Israel Not Consulted by U.S. on Jordan River Water Plan

The Israel Office of Information issued a statement today in which it said that the regional water scheme worked out by the U.S. for the Jordan River by the TVA “has never been seen by the government of Israel and cannot therefore have been either accepted or rejected.”

The statement goes on to say that for over a year Israel had attempted in vain it bring about discussions with the United States Government “with a view to regional cooperation on water projects.”

“Assistant Secretary of State Henry A. Byroade,” the statement continues, “informed Ambassador Eban of the existence of a desk study several weeks ago, but the document was withheld from Israel’s knowledge until Monday evening, October 18th, ” (that was the day on which the TVA project was announced to the press at the United Nations).

The Israel statement emphasizes that “there is nothing which may properly be called a United Nations-Jordan water scheme since no principal organ of the United Nations has ever considered such a scheme, nor does the United Nations deal with the authorization or disqualification of water development projects within sovereign states.”

Having now obtained a copy of the report, the Israel Government will consider it on its merit, the statement says. “Israel’s policy, as explained to Secretary Dulles in Ambassador Eban’s memorandum of July 9, 1953, is to seek inter-state agreements on irrigation and power by direct consultation with the neighboring Arab states,” it points out.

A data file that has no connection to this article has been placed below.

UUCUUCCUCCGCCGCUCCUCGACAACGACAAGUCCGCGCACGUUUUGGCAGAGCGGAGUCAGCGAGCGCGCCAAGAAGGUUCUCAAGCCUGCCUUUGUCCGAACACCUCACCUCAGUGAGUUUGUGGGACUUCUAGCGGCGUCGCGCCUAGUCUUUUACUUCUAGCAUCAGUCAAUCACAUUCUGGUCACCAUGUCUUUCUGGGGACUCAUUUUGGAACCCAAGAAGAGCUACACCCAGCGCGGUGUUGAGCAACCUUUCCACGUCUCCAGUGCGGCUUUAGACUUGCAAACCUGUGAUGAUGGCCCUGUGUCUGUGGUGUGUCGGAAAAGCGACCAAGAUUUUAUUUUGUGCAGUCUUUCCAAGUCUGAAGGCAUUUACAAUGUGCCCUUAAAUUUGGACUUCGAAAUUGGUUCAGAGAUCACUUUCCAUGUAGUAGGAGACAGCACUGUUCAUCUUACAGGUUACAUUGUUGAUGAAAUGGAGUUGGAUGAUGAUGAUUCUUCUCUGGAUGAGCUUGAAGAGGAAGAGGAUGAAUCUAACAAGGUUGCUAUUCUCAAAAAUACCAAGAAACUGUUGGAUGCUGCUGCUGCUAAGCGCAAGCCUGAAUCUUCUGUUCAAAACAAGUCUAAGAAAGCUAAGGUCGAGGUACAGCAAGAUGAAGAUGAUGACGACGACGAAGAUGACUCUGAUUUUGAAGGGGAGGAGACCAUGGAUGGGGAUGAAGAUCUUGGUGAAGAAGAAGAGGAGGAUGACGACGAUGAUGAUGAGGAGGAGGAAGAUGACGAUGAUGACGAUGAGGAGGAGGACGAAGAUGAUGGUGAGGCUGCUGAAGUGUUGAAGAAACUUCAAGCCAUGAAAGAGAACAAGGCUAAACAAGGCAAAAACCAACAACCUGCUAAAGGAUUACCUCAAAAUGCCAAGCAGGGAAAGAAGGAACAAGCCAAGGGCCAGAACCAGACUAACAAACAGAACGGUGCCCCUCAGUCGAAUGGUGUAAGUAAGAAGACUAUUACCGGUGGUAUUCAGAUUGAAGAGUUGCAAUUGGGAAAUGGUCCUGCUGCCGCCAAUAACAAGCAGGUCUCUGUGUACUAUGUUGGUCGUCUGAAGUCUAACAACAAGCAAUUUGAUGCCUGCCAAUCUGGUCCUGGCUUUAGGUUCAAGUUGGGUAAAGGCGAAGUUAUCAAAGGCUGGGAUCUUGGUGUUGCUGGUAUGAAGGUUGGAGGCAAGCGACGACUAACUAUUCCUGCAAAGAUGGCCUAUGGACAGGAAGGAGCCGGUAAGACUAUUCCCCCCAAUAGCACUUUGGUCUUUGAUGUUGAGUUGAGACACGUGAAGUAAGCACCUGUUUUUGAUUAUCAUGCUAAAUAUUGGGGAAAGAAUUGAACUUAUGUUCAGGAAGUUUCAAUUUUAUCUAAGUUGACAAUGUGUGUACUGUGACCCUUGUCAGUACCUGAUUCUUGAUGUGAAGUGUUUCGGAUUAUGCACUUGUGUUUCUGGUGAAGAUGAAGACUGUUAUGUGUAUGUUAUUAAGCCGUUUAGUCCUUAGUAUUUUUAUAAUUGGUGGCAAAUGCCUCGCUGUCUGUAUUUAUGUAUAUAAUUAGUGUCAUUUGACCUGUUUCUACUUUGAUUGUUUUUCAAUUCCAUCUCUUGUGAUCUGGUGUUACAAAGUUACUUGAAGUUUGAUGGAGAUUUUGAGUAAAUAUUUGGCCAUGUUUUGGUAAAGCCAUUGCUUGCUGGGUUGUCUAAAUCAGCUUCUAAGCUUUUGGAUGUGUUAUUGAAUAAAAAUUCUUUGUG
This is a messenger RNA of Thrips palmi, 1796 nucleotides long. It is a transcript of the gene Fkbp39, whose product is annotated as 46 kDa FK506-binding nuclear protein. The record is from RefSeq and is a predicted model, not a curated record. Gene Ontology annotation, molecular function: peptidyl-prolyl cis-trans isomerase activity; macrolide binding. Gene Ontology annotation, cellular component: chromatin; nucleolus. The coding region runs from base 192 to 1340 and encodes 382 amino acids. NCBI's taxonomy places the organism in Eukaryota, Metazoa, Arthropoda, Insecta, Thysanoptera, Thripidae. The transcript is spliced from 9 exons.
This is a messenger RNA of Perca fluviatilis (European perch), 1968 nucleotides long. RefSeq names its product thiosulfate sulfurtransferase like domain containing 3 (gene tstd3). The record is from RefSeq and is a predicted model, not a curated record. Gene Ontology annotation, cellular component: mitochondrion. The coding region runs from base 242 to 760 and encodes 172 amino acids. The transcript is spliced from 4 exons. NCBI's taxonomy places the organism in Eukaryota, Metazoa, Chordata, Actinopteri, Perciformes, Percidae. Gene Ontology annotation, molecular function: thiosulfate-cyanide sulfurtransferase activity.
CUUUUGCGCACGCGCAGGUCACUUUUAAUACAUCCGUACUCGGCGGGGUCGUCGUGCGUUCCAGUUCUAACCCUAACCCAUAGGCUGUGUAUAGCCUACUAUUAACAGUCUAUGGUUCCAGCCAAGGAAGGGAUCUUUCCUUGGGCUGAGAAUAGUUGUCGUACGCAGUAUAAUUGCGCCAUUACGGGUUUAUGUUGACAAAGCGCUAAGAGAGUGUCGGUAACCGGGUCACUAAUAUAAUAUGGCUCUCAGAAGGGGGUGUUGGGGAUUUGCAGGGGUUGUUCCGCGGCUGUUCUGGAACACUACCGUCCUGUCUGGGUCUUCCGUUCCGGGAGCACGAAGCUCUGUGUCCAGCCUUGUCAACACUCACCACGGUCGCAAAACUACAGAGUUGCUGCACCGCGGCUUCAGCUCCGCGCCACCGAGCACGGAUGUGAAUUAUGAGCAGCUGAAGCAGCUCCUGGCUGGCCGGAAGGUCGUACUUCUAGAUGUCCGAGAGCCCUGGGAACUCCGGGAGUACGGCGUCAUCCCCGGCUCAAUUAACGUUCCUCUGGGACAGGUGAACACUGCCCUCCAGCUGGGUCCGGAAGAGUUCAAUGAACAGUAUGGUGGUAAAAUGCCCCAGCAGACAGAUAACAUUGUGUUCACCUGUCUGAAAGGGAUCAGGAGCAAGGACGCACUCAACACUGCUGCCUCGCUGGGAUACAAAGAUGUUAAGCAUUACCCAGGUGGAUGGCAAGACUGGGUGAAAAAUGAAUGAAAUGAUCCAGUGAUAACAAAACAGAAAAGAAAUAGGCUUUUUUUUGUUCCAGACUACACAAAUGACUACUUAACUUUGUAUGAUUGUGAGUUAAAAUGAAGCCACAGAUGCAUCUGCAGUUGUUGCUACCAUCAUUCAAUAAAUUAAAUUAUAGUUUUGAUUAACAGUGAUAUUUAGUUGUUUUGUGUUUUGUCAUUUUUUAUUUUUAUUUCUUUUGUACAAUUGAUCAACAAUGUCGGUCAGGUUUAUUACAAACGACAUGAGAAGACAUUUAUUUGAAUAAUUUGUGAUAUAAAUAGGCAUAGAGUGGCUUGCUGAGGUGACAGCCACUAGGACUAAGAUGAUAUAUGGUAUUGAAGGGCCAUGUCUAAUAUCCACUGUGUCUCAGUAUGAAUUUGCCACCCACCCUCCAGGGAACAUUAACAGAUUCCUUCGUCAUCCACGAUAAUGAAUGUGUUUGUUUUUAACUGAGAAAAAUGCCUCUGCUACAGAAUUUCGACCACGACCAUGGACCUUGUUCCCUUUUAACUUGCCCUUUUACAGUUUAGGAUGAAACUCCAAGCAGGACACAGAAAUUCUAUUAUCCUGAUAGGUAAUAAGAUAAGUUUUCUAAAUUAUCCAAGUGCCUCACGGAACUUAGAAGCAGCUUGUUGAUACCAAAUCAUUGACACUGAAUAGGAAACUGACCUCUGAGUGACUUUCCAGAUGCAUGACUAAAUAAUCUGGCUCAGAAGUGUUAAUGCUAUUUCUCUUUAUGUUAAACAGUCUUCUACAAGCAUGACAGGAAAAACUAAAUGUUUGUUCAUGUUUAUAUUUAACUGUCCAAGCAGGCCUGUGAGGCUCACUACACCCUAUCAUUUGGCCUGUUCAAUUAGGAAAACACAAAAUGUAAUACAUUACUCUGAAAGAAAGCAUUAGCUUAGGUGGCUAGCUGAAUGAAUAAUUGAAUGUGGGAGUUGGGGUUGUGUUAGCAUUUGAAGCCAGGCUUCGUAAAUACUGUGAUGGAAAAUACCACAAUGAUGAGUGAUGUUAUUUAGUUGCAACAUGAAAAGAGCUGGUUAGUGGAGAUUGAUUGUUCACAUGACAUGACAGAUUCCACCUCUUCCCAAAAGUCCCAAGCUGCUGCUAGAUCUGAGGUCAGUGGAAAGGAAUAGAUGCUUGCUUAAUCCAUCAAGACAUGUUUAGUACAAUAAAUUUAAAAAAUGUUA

“The U.S. Government has been cordially invited by the Israel Government to promote such contacts with neighboring governments but has apparently not been successful. Therefore, the governments of Israel, Syria and Jordan are preparing their own schemes for the utilization of their respective waters,” the statement explains.

“The canal project now being undertaken by Israel at Bnot-Yaacov has not caused the diversion of any water at all,” it continues. “General Bennike’s recommendation to avoid water diversion at this time is under consideration by the United Nations. Israel has an undoubted right to appeal to the Security Council on a matter involving interpretation of an armistice agreement which it has signed. In the meantime, no water diversion is taking place. Therefore, any suggestion that Israel is ‘defying’ the U.N. would not be either legally or factually accurate.

“It would be unfortunate if any governments called upon to consider this intricate and important matter did not enter the investigation with a completely open mind. It will be recalled that in a previous dispute in 1951 whether the drainage of the Huleh marshes was consistent with the armistice agreements – Israel’s position was first heavily challenged, but was subsequently fully vindicated,” the statement concludes.

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